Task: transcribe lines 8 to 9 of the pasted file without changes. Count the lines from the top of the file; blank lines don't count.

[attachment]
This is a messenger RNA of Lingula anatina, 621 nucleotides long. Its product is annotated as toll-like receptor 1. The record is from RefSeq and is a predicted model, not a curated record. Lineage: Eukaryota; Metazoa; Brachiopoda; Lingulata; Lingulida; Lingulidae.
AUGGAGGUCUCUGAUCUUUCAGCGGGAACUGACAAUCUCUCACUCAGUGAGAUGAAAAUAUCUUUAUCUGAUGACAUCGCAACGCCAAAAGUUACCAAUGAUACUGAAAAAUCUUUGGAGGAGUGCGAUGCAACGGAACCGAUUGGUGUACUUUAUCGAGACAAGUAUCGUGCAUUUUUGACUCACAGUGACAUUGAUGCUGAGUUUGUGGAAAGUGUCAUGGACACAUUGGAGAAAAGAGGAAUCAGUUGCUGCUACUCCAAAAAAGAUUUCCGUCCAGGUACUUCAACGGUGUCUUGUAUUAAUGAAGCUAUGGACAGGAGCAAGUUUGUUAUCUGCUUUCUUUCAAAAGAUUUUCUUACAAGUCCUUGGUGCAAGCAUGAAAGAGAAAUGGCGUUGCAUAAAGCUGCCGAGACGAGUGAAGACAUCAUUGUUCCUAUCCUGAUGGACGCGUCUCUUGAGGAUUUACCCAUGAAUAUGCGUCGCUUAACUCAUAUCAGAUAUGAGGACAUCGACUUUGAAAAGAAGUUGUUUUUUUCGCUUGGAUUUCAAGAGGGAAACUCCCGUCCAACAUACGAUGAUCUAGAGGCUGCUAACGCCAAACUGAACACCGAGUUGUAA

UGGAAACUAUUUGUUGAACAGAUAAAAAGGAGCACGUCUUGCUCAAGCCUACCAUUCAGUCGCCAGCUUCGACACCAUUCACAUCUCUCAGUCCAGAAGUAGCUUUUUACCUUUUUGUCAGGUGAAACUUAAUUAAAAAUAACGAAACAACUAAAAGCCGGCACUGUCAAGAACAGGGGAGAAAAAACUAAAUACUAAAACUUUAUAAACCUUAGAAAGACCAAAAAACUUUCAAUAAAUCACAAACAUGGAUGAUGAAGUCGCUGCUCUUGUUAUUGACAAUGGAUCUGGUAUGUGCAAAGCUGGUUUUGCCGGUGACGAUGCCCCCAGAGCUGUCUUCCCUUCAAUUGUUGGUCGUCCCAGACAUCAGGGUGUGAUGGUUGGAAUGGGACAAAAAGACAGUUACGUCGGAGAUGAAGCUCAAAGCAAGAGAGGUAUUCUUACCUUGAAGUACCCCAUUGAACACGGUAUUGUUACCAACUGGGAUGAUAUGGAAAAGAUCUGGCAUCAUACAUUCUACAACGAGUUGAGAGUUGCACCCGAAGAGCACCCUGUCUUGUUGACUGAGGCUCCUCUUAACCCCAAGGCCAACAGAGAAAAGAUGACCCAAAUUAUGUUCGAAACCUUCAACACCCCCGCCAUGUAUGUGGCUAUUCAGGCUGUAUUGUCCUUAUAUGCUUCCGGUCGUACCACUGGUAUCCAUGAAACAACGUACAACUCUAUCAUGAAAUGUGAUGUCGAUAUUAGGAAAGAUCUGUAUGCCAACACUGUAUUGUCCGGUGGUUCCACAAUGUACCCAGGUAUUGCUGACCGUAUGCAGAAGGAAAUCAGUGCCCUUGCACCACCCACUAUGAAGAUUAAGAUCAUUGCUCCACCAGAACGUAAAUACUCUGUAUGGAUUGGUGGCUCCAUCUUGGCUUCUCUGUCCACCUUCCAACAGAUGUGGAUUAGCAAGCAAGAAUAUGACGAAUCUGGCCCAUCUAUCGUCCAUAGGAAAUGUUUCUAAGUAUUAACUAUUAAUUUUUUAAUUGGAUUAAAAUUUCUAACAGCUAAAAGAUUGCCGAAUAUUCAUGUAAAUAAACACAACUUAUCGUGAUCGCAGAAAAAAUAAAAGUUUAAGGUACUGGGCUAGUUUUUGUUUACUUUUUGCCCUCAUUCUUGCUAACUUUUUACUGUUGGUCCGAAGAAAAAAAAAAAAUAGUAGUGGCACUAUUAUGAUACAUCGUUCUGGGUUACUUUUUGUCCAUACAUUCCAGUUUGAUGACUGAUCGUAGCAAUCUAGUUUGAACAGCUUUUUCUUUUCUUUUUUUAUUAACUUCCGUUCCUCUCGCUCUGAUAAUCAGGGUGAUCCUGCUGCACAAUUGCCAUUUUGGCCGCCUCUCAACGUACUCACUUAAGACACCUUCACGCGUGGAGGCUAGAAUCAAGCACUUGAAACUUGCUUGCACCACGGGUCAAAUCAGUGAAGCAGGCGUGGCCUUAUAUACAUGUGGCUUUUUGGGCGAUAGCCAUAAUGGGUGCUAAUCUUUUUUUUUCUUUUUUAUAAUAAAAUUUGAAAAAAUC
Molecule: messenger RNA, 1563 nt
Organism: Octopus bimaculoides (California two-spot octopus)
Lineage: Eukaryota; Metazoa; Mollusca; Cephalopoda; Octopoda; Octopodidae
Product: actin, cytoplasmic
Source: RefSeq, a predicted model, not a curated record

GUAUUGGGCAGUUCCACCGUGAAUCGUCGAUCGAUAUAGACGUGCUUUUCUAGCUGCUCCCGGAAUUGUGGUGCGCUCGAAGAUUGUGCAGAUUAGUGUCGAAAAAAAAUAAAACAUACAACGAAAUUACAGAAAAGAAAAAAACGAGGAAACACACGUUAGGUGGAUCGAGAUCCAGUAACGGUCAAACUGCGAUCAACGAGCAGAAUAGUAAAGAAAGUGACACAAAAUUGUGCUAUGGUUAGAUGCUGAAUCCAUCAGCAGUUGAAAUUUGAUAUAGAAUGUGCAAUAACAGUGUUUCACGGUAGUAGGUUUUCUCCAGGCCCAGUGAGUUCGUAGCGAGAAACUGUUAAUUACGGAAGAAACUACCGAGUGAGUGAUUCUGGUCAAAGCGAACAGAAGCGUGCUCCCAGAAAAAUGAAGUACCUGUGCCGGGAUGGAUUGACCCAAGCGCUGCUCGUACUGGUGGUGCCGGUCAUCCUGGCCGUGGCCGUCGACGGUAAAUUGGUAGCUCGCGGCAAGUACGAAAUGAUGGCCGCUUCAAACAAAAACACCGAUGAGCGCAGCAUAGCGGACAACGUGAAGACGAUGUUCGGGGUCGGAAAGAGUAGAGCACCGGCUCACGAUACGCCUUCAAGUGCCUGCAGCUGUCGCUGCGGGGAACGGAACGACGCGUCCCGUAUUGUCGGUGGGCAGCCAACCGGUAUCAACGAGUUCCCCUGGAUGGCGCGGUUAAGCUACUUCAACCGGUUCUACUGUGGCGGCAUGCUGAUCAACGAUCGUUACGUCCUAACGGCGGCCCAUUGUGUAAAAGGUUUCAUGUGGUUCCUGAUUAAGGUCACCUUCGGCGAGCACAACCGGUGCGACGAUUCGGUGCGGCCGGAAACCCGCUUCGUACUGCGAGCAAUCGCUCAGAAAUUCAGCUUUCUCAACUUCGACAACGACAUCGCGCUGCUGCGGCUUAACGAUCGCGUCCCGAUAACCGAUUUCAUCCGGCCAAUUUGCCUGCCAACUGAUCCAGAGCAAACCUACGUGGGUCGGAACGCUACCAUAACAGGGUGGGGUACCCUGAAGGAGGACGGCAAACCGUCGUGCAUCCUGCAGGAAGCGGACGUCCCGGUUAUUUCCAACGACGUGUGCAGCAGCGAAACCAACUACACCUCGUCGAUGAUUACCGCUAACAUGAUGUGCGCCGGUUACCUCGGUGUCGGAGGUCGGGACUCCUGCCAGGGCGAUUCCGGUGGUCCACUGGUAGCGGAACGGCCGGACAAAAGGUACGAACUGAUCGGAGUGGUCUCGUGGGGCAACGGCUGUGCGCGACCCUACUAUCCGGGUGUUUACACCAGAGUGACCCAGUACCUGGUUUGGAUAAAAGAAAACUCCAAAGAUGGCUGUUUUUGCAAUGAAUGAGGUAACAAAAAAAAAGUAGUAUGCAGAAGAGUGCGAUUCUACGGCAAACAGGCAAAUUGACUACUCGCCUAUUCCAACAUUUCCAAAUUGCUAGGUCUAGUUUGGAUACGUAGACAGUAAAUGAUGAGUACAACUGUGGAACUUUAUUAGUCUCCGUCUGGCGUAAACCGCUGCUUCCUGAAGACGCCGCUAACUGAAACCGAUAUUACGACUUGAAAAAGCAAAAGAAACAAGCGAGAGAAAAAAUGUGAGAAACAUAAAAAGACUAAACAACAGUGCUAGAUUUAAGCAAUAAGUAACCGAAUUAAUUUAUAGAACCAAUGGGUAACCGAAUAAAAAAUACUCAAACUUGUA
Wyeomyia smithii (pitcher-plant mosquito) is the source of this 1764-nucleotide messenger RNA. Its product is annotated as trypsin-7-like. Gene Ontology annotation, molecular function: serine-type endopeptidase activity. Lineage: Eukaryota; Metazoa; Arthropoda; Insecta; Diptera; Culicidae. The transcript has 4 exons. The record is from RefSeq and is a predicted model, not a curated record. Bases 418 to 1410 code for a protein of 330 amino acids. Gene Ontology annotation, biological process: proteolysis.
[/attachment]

Source: RefSeq, a predicted model, not a curated record

GUAUUGGGCAGUUCCACCGUGAAUCGUCGAUCGAUAUAGACGUGCUUUUCUAGCUGCUCCCGGAAUUGUGGUGCGCUCGAAGAUUGUGCAGAUUAGUGUCGAAAAAAAAUAAAACAUACAACGAAAUUACAGAAAAGAAAAAAACGAGGAAACACACGUUAGGUGGAUCGAGAUCCAGUAACGGUCAAACUGCGAUCAACGAGCAGAAUAGUAAAGAAAGUGACACAAAAUUGUGCUAUGGUUAGAUGCUGAAUCCAUCAGCAGUUGAAAUUUGAUAUAGAAUGUGCAAUAACAGUGUUUCACGGUAGUAGGUUUUCUCCAGGCCCAGUGAGUUCGUAGCGAGAAACUGUUAAUUACGGAAGAAACUACCGAGUGAGUGAUUCUGGUCAAAGCGAACAGAAGCGUGCUCCCAGAAAAAUGAAGUACCUGUGCCGGGAUGGAUUGACCCAAGCGCUGCUCGUACUGGUGGUGCCGGUCAUCCUGGCCGUGGCCGUCGACGGUAAAUUGGUAGCUCGCGGCAAGUACGAAAUGAUGGCCGCUUCAAACAAAAACACCGAUGAGCGCAGCAUAGCGGACAACGUGAAGACGAUGUUCGGGGUCGGAAAGAGUAGAGCACCGGCUCACGAUACGCCUUCAAGUGCCUGCAGCUGUCGCUGCGGGGAACGGAACGACGCGUCCCGUAUUGUCGGUGGGCAGCCAACCGGUAUCAACGAGUUCCCCUGGAUGGCGCGGUUAAGCUACUUCAACCGGUUCUACUGUGGCGGCAUGCUGAUCAACGAUCGUUACGUCCUAACGGCGGCCCAUUGUGUAAAAGGUUUCAUGUGGUUCCUGAUUAAGGUCACCUUCGGCGAGCACAACCGGUGCGACGAUUCGGUGCGGCCGGAAACCCGCUUCGUACUGCGAGCAAUCGCUCAGAAAUUCAGCUUUCUCAACUUCGACAACGACAUCGCGCUGCUGCGGCUUAACGAUCGCGUCCCGAUAACCGAUUUCAUCCGGCCAAUUUGCCUGCCAACUGAUCCAGAGCAAACCUACGUGGGUCGGAACGCUACCAUAACAGGGUGGGGUACCCUGAAGGAGGACGGCAAACCGUCGUGCAUCCUGCAGGAAGCGGACGUCCCGGUUAUUUCCAACGACGUGUGCAGCAGCGAAACCAACUACACCUCGUCGAUGAUUACCGCUAACAUGAUGUGCGCCGGUUACCUCGGUGUCGGAGGUCGGGACUCCUGCCAGGGCGAUUCCGGUGGUCCACUGGUAGCGGAACGGCCGGACAAAAGGUACGAACUGAUCGGAGUGGUCUCGUGGGGCAACGGCUGUGCGCGACCCUACUAUCCGGGUGUUUACACCAGAGUGACCCAGUACCUGGUUUGGAUAAAAGAAAACUCCAAAGAUGGCUGUUUUUGCAAUGAAUGAGGUAACAAAAAAAAAGUAGUAUGCAGAAGAGUGCGAUUCUACGGCAAACAGGCAAAUUGACUACUCGCCUAUUCCAACAUUUCCAAAUUGCUAGGUCUAGUUUGGAUACGUAGACAGUAAAUGAUGAGUACAACUGUGGAACUUUAUUAGUCUCCGUCUGGCGUAAACCGCUGCUUCCUGAAGACGCCGCUAACUGAAACCGAUAUUACGACUUGAAAAAGCAAAAGAAACAAGCGAGAGAAAAAAUGUGAGAAACAUAAAAAGACUAAACAACAGUGCUAGAUUUAAGCAAUAAGUAACCGAAUUAAUUUAUAGAACCAAUGGGUAACCGAAUAAAAAAUACUCAAACUUGUA